Our level III NICU has average of 350 admissions per year. The majority of catheter-days were related to the use of PICC lines. The unit is fully compliant with central line insertion and maintenance bundles, based on CDC recommendations [16], which are reflected in the institutional policy. In addition to spot checks by the Infection control personnel, compliance with CLABSI prevention bundle is monitored every shift by a Charge/Head Nurse, and recorded in individual patient’s check list. However, between 2013 and 2015, the CLABSI rate in the NICU was above the National Healthcare Safety Network benchmark (no clusters), and in June of 2015 the HH compliance rate in the unit reached a nadir of 63%.

After comprehensive analysis of opportunities for improvement by a multidisciplinary team, the unit leadership developed a Performance Improvement (PI) project (Figure 1). The project was discussed and accepted by the entire NICU team. From October 2015 to December 2016 overt HH audit was conducted by trained unit staff. The training of observers was provided by the Infection Control Department. The observers used modified World Health Organization Hand Hygiene Observation Tool (Figure 2). The HH observation data was entered into the departmental database. Analysis was also conducted on CLABSI rates before and after implementation of the continuous HH monitoring, in conjunction with central line utilization. Feedback to the stakeholders was given individually in real time as needed, and to the unit staff on a monthly basis.

Figure 1:The performances improvement projects to increase compliances with HH in the NICU.


Figure 2:Hand hygiene observation tool.


Result

Of a total of 1466 observation, HH was observed 591, 40.3% times in nurses, 335, 22.9% times in physicians, 148, 10.1% in Respiratory Therapists, and 392, 26.7% times in other ancillary staff. Most observations were conducted during day shift (768, 52.4%), followed by night shift (358, 24.4%), and by evening shift (340, 23.2%). HH before touching patient was observed most commonly (Figure 3). Overall HH compliance rate increased from the pre-project nadir of 63% to 99.9%. Only 4 fallouts were identified, all during the day shift. Of these, 3 fallouts were observed in nurses, and 1 in a resident physician. In each instance a fallout feedback and education were provided in real-time. The interim analysis was shared at a monthly unit staff meeting. After the PI project was completed, HH in the unit was observed by Head/Charge Nurses and Infection control personnel. From January 2017 to January 2018HH compliance rate in NICU remained at 100%. There were no CLABSI events for a total of 27 months (Figure 4).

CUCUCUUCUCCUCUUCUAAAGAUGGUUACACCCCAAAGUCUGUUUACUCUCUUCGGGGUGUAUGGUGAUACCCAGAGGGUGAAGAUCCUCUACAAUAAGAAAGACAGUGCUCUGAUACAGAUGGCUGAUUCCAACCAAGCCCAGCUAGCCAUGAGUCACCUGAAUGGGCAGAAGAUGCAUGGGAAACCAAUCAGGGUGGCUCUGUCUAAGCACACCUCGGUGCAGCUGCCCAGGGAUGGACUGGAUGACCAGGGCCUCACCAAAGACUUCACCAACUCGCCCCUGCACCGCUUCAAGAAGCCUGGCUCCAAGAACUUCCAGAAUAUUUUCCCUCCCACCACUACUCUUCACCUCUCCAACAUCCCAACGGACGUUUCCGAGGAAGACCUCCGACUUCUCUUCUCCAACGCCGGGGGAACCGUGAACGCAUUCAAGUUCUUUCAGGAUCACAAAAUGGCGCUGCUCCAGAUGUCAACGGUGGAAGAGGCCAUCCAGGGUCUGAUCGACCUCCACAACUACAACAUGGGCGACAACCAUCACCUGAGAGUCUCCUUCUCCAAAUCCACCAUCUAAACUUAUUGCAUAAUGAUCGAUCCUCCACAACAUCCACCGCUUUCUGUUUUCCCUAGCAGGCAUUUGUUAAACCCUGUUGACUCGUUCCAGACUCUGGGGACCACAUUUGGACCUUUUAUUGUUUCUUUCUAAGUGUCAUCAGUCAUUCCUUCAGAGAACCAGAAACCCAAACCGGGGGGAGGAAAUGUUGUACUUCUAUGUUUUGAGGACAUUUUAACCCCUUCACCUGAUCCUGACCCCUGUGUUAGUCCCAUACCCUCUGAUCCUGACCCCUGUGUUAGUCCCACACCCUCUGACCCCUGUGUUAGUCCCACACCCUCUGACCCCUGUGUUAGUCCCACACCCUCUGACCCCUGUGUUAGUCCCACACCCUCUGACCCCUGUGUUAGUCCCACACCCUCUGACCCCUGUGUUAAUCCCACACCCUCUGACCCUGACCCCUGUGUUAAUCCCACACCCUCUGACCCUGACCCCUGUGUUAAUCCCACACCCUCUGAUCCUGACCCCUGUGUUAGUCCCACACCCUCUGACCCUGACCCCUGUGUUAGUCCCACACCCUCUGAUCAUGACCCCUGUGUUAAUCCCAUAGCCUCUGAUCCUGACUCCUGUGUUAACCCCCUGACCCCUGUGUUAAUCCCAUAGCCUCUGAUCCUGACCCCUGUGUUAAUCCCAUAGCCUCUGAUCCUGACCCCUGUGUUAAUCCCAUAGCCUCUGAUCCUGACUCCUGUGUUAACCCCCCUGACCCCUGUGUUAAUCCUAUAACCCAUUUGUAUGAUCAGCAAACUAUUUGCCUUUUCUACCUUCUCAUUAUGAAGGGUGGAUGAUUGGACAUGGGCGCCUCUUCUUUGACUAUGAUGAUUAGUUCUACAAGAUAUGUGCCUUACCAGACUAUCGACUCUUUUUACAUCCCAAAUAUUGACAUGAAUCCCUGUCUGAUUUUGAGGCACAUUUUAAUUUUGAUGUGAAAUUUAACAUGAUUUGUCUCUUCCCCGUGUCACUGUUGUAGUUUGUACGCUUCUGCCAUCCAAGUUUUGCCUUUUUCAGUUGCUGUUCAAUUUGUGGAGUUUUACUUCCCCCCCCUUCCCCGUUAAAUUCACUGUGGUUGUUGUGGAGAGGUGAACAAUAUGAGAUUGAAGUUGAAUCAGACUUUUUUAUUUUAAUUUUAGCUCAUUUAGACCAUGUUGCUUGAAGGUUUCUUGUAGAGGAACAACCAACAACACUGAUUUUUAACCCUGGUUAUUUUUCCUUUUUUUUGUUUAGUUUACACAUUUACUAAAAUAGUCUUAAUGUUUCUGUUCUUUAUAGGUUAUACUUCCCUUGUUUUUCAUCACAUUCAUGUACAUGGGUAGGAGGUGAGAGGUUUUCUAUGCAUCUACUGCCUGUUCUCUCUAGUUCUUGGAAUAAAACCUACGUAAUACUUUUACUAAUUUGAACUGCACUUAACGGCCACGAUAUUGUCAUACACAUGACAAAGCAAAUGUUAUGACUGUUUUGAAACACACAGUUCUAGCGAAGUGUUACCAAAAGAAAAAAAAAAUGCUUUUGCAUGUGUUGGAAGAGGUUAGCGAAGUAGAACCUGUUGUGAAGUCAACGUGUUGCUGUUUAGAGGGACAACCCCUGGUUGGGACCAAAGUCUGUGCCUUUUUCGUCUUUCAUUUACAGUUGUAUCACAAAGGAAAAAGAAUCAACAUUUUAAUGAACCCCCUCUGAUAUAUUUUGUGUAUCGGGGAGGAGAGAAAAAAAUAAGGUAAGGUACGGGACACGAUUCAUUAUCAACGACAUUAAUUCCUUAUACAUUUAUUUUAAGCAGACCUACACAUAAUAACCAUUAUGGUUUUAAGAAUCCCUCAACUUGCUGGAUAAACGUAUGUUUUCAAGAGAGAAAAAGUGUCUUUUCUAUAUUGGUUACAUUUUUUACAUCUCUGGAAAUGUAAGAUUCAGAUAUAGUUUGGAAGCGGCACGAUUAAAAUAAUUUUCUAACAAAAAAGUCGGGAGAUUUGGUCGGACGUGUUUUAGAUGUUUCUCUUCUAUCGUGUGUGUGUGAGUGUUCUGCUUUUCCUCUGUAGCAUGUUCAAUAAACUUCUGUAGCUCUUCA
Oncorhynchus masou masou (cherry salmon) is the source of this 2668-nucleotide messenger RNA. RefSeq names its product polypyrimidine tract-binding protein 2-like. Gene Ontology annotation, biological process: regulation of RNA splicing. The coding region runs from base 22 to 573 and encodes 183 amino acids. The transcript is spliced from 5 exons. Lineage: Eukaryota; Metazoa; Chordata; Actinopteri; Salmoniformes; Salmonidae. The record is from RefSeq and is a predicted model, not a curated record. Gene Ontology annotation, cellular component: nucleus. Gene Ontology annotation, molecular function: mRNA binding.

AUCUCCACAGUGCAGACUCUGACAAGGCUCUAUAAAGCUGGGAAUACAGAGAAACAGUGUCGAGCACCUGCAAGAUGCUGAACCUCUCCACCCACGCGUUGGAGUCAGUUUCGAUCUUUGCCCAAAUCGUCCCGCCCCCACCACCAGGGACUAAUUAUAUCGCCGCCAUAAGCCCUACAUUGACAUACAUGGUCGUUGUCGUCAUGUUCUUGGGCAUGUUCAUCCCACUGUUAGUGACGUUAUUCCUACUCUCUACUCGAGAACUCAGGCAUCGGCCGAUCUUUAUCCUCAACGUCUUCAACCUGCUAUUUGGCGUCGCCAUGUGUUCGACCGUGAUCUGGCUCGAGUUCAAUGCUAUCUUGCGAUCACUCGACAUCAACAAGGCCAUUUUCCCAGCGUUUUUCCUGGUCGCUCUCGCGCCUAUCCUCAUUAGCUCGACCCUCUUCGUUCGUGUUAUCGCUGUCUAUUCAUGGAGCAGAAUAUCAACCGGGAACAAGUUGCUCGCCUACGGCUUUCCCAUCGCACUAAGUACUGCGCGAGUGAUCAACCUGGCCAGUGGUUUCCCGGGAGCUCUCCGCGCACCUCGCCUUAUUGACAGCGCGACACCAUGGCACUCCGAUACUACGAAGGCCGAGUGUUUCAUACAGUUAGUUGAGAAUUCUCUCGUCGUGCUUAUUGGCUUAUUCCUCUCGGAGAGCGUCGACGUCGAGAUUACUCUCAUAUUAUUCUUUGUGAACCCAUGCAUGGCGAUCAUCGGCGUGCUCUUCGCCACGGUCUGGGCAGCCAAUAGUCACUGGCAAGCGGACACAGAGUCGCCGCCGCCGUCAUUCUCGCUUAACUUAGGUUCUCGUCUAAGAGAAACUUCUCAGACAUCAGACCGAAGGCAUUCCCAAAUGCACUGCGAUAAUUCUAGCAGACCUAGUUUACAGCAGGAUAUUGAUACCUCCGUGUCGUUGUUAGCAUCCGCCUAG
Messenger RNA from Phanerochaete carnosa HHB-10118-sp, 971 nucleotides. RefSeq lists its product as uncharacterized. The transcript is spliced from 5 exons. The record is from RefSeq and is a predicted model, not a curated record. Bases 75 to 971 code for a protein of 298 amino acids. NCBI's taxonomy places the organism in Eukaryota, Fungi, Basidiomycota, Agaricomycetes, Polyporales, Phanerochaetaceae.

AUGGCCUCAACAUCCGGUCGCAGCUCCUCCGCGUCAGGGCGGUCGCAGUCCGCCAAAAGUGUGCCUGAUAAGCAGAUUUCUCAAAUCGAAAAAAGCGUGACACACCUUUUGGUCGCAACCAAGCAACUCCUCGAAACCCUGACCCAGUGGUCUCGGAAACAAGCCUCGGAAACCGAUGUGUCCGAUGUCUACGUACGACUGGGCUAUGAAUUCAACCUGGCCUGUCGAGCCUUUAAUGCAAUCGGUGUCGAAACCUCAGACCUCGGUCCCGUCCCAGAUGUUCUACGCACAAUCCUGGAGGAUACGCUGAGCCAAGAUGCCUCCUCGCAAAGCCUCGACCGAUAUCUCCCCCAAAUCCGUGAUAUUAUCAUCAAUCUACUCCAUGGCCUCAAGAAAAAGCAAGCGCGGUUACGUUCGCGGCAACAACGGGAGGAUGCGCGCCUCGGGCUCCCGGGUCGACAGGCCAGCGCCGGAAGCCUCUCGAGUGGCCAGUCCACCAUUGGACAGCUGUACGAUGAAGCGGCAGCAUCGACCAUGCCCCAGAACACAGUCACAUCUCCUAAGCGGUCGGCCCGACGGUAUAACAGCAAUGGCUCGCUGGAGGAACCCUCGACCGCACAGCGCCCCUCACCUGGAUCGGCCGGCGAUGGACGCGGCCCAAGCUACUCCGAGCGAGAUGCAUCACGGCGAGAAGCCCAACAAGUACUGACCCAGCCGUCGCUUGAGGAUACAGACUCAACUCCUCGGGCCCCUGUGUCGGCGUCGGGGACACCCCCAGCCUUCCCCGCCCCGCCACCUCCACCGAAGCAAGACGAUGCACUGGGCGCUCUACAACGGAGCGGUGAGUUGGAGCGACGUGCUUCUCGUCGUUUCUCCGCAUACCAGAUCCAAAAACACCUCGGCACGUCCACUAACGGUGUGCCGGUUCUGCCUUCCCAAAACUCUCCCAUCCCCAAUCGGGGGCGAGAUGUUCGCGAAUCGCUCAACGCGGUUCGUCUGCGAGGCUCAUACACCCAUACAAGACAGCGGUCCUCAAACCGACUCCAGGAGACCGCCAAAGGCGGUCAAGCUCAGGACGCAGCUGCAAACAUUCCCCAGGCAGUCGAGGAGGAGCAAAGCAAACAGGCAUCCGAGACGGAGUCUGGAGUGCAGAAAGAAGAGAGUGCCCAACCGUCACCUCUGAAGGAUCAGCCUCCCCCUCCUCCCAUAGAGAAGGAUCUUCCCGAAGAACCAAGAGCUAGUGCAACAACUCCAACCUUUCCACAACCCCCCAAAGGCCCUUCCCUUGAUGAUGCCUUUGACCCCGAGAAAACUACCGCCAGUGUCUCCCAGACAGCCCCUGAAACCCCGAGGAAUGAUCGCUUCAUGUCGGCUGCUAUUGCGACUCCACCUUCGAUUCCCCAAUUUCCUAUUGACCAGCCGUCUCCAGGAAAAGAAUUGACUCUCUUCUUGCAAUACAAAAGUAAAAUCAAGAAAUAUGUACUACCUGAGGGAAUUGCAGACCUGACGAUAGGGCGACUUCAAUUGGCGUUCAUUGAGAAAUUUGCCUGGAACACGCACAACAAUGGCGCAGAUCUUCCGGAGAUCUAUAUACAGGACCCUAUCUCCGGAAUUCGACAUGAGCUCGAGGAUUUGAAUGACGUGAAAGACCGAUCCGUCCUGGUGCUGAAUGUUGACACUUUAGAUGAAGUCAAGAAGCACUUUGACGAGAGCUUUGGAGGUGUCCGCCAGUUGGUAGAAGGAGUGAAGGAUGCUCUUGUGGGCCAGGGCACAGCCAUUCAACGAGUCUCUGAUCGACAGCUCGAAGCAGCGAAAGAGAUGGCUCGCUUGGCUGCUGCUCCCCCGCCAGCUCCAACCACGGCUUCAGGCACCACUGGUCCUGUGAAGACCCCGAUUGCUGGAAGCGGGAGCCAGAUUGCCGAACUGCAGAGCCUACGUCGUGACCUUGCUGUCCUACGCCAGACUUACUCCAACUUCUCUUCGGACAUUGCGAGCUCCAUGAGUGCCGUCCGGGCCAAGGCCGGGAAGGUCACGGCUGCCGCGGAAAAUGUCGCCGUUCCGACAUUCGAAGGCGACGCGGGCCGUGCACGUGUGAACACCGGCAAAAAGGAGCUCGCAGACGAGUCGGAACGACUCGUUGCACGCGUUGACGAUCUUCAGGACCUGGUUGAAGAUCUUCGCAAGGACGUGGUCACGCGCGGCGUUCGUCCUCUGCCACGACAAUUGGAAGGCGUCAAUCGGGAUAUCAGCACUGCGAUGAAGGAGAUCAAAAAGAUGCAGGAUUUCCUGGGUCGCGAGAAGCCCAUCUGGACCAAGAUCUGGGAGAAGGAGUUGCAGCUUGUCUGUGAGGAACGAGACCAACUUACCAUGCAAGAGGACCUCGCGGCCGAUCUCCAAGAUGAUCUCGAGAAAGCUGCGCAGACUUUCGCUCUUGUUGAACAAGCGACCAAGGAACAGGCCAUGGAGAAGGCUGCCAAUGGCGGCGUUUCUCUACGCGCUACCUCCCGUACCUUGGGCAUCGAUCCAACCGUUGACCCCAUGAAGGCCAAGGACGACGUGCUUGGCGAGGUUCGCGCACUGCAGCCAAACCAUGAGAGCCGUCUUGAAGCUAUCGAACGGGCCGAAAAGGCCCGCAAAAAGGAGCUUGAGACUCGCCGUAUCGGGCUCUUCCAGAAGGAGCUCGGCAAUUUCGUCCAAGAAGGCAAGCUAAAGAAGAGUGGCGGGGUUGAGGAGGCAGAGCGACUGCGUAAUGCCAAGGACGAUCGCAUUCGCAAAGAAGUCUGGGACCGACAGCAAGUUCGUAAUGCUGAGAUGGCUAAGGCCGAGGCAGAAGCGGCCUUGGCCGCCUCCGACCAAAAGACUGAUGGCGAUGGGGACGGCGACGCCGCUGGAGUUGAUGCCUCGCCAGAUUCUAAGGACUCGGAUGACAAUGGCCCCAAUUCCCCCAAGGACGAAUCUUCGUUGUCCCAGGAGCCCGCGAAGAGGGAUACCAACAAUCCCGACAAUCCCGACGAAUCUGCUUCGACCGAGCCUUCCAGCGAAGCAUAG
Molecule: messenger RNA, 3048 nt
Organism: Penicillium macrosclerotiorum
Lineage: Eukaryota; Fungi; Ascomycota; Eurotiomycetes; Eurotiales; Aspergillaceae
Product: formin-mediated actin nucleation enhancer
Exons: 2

Figure 3:Observation of HH in the NICU by shift and discipline


Figure 4:CLABSI events in the NICU, January 2014-January 2018.


Discussion

Our experience is consistent with previous reports suggesting that education and feedback are the most successful strategies in achieving high HH compliance [10,17-19]. It appears that combining real time feedback with education is as important as routine sharing of performance indicators with the multidisciplinary unit team. We have demonstrated a positive after-effect in the post PI project phase: HH compliance rate in NICU remained at 100%. We believe that sustainability of compliance with HH reflects a change in the safety culture in our NICU. Zero CLABSI events for a total of 27 months has been a source of encouragement that has empowered the team.

Conclusion

We attribute our success to three points: First, unit team contribution to shaping the PI project and embracing it from the start. Second, feedback and education were individualized and given in real time. Finally, the staff members were motivated by zero CLABSI rate. We believe that this reflects a change in the safety culture of our NICU and is the most promising factor in sustaining compliance with HH.

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© 2018 Tarik Zahouani. This is an open access article distributed under the terms of the Creative Commons Attribution License , which permits unrestricted use, distribution, and build upon your work non-commercially.